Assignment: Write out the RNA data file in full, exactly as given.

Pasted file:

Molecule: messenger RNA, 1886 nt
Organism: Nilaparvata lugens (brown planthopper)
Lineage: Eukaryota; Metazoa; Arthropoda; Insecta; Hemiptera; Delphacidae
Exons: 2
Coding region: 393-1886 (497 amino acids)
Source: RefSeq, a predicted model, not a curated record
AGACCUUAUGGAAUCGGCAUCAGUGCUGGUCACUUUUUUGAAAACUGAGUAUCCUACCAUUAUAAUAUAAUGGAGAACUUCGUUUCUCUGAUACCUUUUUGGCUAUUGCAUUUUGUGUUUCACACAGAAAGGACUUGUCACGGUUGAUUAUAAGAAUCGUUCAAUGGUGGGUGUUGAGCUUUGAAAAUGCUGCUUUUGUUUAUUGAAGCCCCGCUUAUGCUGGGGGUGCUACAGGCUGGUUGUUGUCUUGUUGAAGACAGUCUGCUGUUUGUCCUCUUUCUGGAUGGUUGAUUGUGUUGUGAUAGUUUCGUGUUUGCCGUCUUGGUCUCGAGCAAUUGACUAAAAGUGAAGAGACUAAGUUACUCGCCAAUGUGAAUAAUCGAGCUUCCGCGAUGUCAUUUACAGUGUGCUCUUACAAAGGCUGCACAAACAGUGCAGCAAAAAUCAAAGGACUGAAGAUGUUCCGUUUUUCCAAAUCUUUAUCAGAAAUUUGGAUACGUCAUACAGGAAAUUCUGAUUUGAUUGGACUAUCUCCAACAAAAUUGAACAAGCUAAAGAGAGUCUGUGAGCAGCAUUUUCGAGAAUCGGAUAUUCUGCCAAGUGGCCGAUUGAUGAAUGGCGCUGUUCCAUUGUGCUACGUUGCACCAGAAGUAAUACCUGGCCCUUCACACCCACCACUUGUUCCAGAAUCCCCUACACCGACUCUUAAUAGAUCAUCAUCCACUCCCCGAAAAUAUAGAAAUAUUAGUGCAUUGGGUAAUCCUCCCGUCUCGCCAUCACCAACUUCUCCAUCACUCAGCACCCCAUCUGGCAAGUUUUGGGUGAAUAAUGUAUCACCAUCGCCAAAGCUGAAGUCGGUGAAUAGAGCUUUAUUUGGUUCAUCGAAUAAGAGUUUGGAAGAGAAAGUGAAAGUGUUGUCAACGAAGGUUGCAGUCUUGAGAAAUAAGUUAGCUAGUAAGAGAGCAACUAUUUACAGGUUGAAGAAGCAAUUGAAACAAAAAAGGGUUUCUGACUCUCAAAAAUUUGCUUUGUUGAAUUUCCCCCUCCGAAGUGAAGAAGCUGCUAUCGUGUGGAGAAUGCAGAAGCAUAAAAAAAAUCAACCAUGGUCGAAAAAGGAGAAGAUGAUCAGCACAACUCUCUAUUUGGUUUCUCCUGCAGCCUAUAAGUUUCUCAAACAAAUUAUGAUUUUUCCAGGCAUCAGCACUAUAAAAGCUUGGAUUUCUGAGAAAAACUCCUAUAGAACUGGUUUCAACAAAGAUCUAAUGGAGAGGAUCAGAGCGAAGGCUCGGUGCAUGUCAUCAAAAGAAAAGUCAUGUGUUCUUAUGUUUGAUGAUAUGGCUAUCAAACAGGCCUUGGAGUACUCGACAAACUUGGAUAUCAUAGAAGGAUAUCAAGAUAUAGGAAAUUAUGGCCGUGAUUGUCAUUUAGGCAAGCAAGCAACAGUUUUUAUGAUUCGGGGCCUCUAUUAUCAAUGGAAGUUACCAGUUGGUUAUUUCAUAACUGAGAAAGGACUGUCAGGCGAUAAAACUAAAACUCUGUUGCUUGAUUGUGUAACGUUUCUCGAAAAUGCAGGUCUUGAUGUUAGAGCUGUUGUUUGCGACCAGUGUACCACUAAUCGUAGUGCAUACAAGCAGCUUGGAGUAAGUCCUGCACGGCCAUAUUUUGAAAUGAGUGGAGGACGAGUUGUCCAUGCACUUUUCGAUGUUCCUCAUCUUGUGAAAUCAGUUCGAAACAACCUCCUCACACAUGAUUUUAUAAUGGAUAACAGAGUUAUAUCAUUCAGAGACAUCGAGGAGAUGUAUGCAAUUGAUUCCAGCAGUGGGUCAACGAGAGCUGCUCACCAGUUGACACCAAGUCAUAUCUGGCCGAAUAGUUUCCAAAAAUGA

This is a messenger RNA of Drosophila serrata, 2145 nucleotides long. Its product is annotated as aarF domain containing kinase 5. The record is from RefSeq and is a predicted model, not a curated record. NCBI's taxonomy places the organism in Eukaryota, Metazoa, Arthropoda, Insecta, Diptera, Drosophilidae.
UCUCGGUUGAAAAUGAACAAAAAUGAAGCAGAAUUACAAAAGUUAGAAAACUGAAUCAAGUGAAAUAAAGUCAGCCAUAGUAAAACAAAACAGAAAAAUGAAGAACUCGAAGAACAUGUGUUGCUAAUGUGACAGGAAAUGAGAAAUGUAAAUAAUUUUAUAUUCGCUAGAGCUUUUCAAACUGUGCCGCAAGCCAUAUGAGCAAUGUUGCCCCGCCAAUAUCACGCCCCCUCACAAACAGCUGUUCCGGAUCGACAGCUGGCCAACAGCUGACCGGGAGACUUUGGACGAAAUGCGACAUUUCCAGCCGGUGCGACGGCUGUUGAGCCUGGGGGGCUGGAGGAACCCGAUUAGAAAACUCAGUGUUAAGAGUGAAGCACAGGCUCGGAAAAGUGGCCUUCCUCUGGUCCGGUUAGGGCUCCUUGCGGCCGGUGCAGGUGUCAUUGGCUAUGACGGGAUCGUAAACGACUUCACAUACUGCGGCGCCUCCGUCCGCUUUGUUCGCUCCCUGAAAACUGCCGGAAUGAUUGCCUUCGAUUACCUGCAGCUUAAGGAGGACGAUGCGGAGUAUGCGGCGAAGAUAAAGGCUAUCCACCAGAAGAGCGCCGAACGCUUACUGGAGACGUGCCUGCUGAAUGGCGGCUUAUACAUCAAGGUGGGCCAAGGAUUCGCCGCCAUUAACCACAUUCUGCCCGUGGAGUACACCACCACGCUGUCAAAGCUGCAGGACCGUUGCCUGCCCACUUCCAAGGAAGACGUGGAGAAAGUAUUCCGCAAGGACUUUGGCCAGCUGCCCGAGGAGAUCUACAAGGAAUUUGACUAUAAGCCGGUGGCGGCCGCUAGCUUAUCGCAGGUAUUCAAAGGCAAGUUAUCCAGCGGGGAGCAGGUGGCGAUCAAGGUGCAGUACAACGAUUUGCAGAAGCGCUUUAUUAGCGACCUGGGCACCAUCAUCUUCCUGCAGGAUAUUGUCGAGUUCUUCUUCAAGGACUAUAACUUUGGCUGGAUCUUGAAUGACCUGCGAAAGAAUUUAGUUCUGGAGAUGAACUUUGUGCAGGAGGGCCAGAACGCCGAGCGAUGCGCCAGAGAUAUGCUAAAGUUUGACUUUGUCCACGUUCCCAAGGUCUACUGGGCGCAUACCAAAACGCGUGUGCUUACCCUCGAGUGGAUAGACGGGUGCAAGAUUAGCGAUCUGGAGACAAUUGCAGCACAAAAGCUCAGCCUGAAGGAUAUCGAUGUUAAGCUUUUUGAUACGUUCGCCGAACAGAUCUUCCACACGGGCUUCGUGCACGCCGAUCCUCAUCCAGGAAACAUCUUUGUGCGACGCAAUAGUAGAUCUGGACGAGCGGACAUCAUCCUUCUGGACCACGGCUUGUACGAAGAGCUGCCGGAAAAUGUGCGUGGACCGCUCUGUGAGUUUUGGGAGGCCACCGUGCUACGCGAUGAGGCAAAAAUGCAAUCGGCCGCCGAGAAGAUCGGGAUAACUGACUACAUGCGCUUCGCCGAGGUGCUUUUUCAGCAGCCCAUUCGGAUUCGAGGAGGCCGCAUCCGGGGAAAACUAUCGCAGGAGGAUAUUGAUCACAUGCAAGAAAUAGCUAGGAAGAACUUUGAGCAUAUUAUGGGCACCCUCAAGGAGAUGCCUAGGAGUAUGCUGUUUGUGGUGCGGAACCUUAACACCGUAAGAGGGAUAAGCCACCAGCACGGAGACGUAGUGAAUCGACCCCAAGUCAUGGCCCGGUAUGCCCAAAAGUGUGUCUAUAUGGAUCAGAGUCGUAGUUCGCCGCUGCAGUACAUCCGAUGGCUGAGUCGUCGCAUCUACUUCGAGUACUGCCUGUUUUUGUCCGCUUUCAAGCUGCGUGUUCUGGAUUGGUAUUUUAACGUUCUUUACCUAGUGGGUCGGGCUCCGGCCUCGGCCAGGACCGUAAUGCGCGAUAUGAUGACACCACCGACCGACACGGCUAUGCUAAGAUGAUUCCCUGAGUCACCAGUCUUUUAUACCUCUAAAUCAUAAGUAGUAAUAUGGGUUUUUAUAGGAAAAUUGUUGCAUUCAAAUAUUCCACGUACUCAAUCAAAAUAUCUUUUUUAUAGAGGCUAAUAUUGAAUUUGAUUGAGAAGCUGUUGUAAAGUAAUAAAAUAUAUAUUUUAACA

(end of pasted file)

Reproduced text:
Molecule: messenger RNA, 1886 nt
Organism: Nilaparvata lugens (brown planthopper)
Lineage: Eukaryota; Metazoa; Arthropoda; Insecta; Hemiptera; Delphacidae
Exons: 2
Coding region: 393-1886 (497 amino acids)
Source: RefSeq, a predicted model, not a curated record
AGACCUUAUGGAAUCGGCAUCAGUGCUGGUCACUUUUUUGAAAACUGAGUAUCCUACCAUUAUAAUAUAAUGGAGAACUUCGUUUCUCUGAUACCUUUUUGGCUAUUGCAUUUUGUGUUUCACACAGAAAGGACUUGUCACGGUUGAUUAUAAGAAUCGUUCAAUGGUGGGUGUUGAGCUUUGAAAAUGCUGCUUUUGUUUAUUGAAGCCCCGCUUAUGCUGGGGGUGCUACAGGCUGGUUGUUGUCUUGUUGAAGACAGUCUGCUGUUUGUCCUCUUUCUGGAUGGUUGAUUGUGUUGUGAUAGUUUCGUGUUUGCCGUCUUGGUCUCGAGCAAUUGACUAAAAGUGAAGAGACUAAGUUACUCGCCAAUGUGAAUAAUCGAGCUUCCGCGAUGUCAUUUACAGUGUGCUCUUACAAAGGCUGCACAAACAGUGCAGCAAAAAUCAAAGGACUGAAGAUGUUCCGUUUUUCCAAAUCUUUAUCAGAAAUUUGGAUACGUCAUACAGGAAAUUCUGAUUUGAUUGGACUAUCUCCAACAAAAUUGAACAAGCUAAAGAGAGUCUGUGAGCAGCAUUUUCGAGAAUCGGAUAUUCUGCCAAGUGGCCGAUUGAUGAAUGGCGCUGUUCCAUUGUGCUACGUUGCACCAGAAGUAAUACCUGGCCCUUCACACCCACCACUUGUUCCAGAAUCCCCUACACCGACUCUUAAUAGAUCAUCAUCCACUCCCCGAAAAUAUAGAAAUAUUAGUGCAUUGGGUAAUCCUCCCGUCUCGCCAUCACCAACUUCUCCAUCACUCAGCACCCCAUCUGGCAAGUUUUGGGUGAAUAAUGUAUCACCAUCGCCAAAGCUGAAGUCGGUGAAUAGAGCUUUAUUUGGUUCAUCGAAUAAGAGUUUGGAAGAGAAAGUGAAAGUGUUGUCAACGAAGGUUGCAGUCUUGAGAAAUAAGUUAGCUAGUAAGAGAGCAACUAUUUACAGGUUGAAGAAGCAAUUGAAACAAAAAAGGGUUUCUGACUCUCAAAAAUUUGCUUUGUUGAAUUUCCCCCUCCGAAGUGAAGAAGCUGCUAUCGUGUGGAGAAUGCAGAAGCAUAAAAAAAAUCAACCAUGGUCGAAAAAGGAGAAGAUGAUCAGCACAACUCUCUAUUUGGUUUCUCCUGCAGCCUAUAAGUUUCUCAAACAAAUUAUGAUUUUUCCAGGCAUCAGCACUAUAAAAGCUUGGAUUUCUGAGAAAAACUCCUAUAGAACUGGUUUCAACAAAGAUCUAAUGGAGAGGAUCAGAGCGAAGGCUCGGUGCAUGUCAUCAAAAGAAAAGUCAUGUGUUCUUAUGUUUGAUGAUAUGGCUAUCAAACAGGCCUUGGAGUACUCGACAAACUUGGAUAUCAUAGAAGGAUAUCAAGAUAUAGGAAAUUAUGGCCGUGAUUGUCAUUUAGGCAAGCAAGCAACAGUUUUUAUGAUUCGGGGCCUCUAUUAUCAAUGGAAGUUACCAGUUGGUUAUUUCAUAACUGAGAAAGGACUGUCAGGCGAUAAAACUAAAACUCUGUUGCUUGAUUGUGUAACGUUUCUCGAAAAUGCAGGUCUUGAUGUUAGAGCUGUUGUUUGCGACCAGUGUACCACUAAUCGUAGUGCAUACAAGCAGCUUGGAGUAAGUCCUGCACGGCCAUAUUUUGAAAUGAGUGGAGGACGAGUUGUCCAUGCACUUUUCGAUGUUCCUCAUCUUGUGAAAUCAGUUCGAAACAACCUCCUCACACAUGAUUUUAUAAUGGAUAACAGAGUUAUAUCAUUCAGAGACAUCGAGGAGAUGUAUGCAAUUGAUUCCAGCAGUGGGUCAACGAGAGCUGCUCACCAGUUGACACCAAGUCAUAUCUGGCCGAAUAGUUUCCAAAAAUGA

This is a messenger RNA of Drosophila serrata, 2145 nucleotides long. Its product is annotated as aarF domain containing kinase 5. The record is from RefSeq and is a predicted model, not a curated record. NCBI's taxonomy places the organism in Eukaryota, Metazoa, Arthropoda, Insecta, Diptera, Drosophilidae.
UCUCGGUUGAAAAUGAACAAAAAUGAAGCAGAAUUACAAAAGUUAGAAAACUGAAUCAAGUGAAAUAAAGUCAGCCAUAGUAAAACAAAACAGAAAAAUGAAGAACUCGAAGAACAUGUGUUGCUAAUGUGACAGGAAAUGAGAAAUGUAAAUAAUUUUAUAUUCGCUAGAGCUUUUCAAACUGUGCCGCAAGCCAUAUGAGCAAUGUUGCCCCGCCAAUAUCACGCCCCCUCACAAACAGCUGUUCCGGAUCGACAGCUGGCCAACAGCUGACCGGGAGACUUUGGACGAAAUGCGACAUUUCCAGCCGGUGCGACGGCUGUUGAGCCUGGGGGGCUGGAGGAACCCGAUUAGAAAACUCAGUGUUAAGAGUGAAGCACAGGCUCGGAAAAGUGGCCUUCCUCUGGUCCGGUUAGGGCUCCUUGCGGCCGGUGCAGGUGUCAUUGGCUAUGACGGGAUCGUAAACGACUUCACAUACUGCGGCGCCUCCGUCCGCUUUGUUCGCUCCCUGAAAACUGCCGGAAUGAUUGCCUUCGAUUACCUGCAGCUUAAGGAGGACGAUGCGGAGUAUGCGGCGAAGAUAAAGGCUAUCCACCAGAAGAGCGCCGAACGCUUACUGGAGACGUGCCUGCUGAAUGGCGGCUUAUACAUCAAGGUGGGCCAAGGAUUCGCCGCCAUUAACCACAUUCUGCCCGUGGAGUACACCACCACGCUGUCAAAGCUGCAGGACCGUUGCCUGCCCACUUCCAAGGAAGACGUGGAGAAAGUAUUCCGCAAGGACUUUGGCCAGCUGCCCGAGGAGAUCUACAAGGAAUUUGACUAUAAGCCGGUGGCGGCCGCUAGCUUAUCGCAGGUAUUCAAAGGCAAGUUAUCCAGCGGGGAGCAGGUGGCGAUCAAGGUGCAGUACAACGAUUUGCAGAAGCGCUUUAUUAGCGACCUGGGCACCAUCAUCUUCCUGCAGGAUAUUGUCGAGUUCUUCUUCAAGGACUAUAACUUUGGCUGGAUCUUGAAUGACCUGCGAAAGAAUUUAGUUCUGGAGAUGAACUUUGUGCAGGAGGGCCAGAACGCCGAGCGAUGCGCCAGAGAUAUGCUAAAGUUUGACUUUGUCCACGUUCCCAAGGUCUACUGGGCGCAUACCAAAACGCGUGUGCUUACCCUCGAGUGGAUAGACGGGUGCAAGAUUAGCGAUCUGGAGACAAUUGCAGCACAAAAGCUCAGCCUGAAGGAUAUCGAUGUUAAGCUUUUUGAUACGUUCGCCGAACAGAUCUUCCACACGGGCUUCGUGCACGCCGAUCCUCAUCCAGGAAACAUCUUUGUGCGACGCAAUAGUAGAUCUGGACGAGCGGACAUCAUCCUUCUGGACCACGGCUUGUACGAAGAGCUGCCGGAAAAUGUGCGUGGACCGCUCUGUGAGUUUUGGGAGGCCACCGUGCUACGCGAUGAGGCAAAAAUGCAAUCGGCCGCCGAGAAGAUCGGGAUAACUGACUACAUGCGCUUCGCCGAGGUGCUUUUUCAGCAGCCCAUUCGGAUUCGAGGAGGCCGCAUCCGGGGAAAACUAUCGCAGGAGGAUAUUGAUCACAUGCAAGAAAUAGCUAGGAAGAACUUUGAGCAUAUUAUGGGCACCCUCAAGGAGAUGCCUAGGAGUAUGCUGUUUGUGGUGCGGAACCUUAACACCGUAAGAGGGAUAAGCCACCAGCACGGAGACGUAGUGAAUCGACCCCAAGUCAUGGCCCGGUAUGCCCAAAAGUGUGUCUAUAUGGAUCAGAGUCGUAGUUCGCCGCUGCAGUACAUCCGAUGGCUGAGUCGUCGCAUCUACUUCGAGUACUGCCUGUUUUUGUCCGCUUUCAAGCUGCGUGUUCUGGAUUGGUAUUUUAACGUUCUUUACCUAGUGGGUCGGGCUCCGGCCUCGGCCAGGACCGUAAUGCGCGAUAUGAUGACACCACCGACCGACACGGCUAUGCUAAGAUGAUUCCCUGAGUCACCAGUCUUUUAUACCUCUAAAUCAUAAGUAGUAAUAUGGGUUUUUAUAGGAAAAUUGUUGCAUUCAAAUAUUCCACGUACUCAAUCAAAAUAUCUUUUUUAUAGAGGCUAAUAUUGAAUUUGAUUGAGAAGCUGUUGUAAAGUAAUAAAAUAUAUAUUUUAACA